Robbed of innocence or not, if you are an 8 you are an 8. Healthy 8s are very polar to unhealthy 8s, which maybe where you got your idea from. Your comment is similar to another I once heard, which was something like "A true musician has suffered"...do you believe all true 8s have suffered? (and I'm talking about really suffering)
 

·
MOTM Jan 2014
Joined
·
11,128 Posts
@He's a Superhero! @DiamondDays

What is being argued here is nature vs. nurture. Naranjo posits that a type 8 is most often in a family with a type 8 father. A type 2 woman is most often in a family with a doting type 7 father. And so on. Other theorists posit that one's enneagram core is strictly their inborn nature. I have no opinion personally; I see a clear basis for both arguments and I have not done sufficient research to form an opinion. In fact this is a larger question than enneagram; something I've always wondered, and twin studies cause me to lean towards nature over nurture (ie, twins separated at birth end up with the same car, same wife name, same job, same look, etc) ... but I also know people are drastically affected by their upbringing in a myriad of ways. @Boss, I know you have insight or opinions on this topic?
 

·
Registered
Joined
·
6,540 Posts
I am with RH and others. Type is in-born. I've written at length about this elsewhere. I am not in the mood to reiterate. I'll quote RH.
Everyone emerges from childhood with one of the nine types dominating their personality, with inborn temperament and other pre-natal factors being the main determinants of our type. This is one area where most all of the major Enneagram authors agree—we are born with a dominant type. Subsequently, this inborn orientation largely determines the ways in which we learn to adapt to our early childhood environment. It also seems to lead to certain unconscious orientations toward our parental figures, but why this is so, we still do not know. In any case, by the time children are four or five years old, their consciousness has developed sufficiently to have a separate sense of self. Although their identity is still very fluid, at this age children begin to establish themselves and find ways of fitting into the world on their own.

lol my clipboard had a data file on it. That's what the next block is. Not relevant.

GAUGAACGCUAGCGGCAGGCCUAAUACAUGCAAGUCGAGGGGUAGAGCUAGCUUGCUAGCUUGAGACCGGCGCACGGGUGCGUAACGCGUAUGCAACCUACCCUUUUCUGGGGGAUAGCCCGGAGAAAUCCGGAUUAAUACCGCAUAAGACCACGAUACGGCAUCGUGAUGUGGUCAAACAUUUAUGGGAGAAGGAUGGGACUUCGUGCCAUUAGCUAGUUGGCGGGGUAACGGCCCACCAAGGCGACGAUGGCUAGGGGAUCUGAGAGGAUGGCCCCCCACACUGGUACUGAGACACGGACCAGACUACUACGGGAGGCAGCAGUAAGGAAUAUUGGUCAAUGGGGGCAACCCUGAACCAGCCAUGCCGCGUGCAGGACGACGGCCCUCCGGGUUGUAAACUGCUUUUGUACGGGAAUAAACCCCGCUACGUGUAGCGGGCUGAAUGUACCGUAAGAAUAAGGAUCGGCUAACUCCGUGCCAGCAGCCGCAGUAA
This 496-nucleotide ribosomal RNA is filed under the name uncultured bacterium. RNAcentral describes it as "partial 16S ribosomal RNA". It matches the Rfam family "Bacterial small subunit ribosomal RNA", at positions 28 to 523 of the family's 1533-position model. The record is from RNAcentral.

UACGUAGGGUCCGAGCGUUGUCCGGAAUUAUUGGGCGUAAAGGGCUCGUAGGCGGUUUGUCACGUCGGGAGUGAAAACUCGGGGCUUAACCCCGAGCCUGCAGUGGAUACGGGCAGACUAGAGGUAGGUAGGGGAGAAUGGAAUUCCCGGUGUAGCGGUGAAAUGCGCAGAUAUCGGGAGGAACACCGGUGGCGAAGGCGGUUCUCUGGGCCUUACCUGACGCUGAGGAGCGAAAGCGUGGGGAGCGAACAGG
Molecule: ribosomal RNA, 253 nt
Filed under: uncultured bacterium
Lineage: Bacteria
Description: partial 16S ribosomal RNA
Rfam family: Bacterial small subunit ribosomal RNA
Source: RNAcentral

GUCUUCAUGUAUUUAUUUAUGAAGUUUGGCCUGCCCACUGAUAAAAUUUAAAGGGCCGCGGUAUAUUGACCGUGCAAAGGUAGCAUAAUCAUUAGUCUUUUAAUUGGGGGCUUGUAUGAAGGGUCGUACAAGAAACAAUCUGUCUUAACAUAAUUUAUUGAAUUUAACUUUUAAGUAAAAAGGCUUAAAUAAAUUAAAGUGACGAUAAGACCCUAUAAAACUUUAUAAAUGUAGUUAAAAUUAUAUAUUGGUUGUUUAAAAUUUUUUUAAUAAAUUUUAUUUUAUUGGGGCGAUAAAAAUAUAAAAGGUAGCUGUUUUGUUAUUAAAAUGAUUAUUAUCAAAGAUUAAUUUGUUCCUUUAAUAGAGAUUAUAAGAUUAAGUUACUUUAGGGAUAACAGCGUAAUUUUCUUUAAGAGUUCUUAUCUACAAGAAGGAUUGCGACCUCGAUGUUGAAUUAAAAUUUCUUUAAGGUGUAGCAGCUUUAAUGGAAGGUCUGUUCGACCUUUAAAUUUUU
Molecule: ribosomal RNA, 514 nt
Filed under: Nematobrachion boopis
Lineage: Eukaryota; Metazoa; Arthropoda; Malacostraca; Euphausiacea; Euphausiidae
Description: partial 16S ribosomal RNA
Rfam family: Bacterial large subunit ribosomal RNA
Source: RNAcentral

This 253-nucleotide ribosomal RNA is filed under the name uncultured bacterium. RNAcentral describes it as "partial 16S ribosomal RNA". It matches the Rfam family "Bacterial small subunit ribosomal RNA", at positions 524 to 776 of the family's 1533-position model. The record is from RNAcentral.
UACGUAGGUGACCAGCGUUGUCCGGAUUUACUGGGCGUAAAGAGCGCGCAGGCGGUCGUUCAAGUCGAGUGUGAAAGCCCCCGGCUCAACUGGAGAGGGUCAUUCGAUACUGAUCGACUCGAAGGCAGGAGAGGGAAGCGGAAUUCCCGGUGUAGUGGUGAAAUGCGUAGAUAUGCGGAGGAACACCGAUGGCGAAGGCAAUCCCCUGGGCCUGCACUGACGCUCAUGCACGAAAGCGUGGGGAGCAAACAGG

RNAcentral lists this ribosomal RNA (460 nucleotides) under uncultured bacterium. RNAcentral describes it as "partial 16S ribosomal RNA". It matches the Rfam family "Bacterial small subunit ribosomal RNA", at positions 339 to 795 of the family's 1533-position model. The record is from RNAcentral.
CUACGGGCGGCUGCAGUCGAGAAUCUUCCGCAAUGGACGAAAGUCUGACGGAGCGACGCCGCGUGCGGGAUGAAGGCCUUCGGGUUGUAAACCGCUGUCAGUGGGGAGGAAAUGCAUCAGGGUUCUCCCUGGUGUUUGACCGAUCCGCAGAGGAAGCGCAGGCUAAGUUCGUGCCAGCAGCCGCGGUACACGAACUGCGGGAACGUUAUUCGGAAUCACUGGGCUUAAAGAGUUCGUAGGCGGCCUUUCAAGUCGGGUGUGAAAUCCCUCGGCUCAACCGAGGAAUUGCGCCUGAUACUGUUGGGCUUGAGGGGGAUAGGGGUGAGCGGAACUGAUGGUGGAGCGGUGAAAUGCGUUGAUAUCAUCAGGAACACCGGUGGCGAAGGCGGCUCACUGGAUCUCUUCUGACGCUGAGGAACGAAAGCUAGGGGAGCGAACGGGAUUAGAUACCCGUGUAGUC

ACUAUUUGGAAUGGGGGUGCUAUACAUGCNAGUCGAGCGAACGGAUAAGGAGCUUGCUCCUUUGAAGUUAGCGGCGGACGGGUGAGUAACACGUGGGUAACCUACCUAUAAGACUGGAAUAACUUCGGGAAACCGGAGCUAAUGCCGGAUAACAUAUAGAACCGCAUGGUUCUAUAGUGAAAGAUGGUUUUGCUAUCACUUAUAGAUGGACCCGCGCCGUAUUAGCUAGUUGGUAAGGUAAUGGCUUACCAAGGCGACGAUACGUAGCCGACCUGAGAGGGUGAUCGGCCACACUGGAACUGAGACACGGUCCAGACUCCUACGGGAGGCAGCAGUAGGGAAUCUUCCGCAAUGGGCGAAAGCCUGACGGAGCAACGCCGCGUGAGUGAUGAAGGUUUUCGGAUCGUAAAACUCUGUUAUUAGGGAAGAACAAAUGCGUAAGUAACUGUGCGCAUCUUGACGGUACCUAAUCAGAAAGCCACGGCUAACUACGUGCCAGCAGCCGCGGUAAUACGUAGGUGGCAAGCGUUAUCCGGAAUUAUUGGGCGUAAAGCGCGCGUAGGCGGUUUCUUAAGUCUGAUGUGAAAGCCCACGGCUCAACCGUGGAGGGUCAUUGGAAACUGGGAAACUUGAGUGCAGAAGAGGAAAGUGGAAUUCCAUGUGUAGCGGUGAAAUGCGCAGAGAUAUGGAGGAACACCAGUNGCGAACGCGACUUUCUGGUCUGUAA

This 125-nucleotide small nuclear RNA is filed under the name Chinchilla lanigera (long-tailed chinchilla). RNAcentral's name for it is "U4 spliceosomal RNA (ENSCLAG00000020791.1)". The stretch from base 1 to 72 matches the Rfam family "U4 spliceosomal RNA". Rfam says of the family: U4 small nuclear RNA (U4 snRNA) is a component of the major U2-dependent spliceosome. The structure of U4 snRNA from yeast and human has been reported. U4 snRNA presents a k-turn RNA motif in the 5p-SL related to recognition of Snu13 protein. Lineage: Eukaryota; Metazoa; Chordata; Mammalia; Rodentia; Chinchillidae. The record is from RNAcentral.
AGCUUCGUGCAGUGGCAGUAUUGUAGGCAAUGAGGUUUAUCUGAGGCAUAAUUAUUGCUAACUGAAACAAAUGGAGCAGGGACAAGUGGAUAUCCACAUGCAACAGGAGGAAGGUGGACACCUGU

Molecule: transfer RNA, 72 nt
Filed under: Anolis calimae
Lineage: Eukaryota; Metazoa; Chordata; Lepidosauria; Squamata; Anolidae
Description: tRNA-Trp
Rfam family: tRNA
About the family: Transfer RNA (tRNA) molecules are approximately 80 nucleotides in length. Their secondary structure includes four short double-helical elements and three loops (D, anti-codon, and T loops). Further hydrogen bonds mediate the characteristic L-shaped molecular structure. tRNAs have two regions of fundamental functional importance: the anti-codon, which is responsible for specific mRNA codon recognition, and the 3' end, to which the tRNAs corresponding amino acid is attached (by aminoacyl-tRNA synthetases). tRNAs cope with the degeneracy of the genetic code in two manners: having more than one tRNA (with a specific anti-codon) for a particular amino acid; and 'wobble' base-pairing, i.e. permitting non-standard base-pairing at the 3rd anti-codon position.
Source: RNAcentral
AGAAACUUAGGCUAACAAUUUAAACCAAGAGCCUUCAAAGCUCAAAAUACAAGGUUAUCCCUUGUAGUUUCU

Thus, the overall orientation of our personality reflects the totality of all childhood factors (including genetics) that influenced its development.
This is an interesting article:
Articles: The Enneagram of Psychological Birth:putting Mahler?s Model to Work for Spiritual Transformation
 

·
Registered
Joined
·
3,225 Posts
Robbed of innocence or not, if you are an 8 you are an 8. Healthy 8s are very polar to unhealthy 8s, which maybe where you got your idea from. Your comment is similar to another I once heard, which was something like "A true musician has suffered"...do you believe all true 8s have suffered? (and I'm talking about really suffering)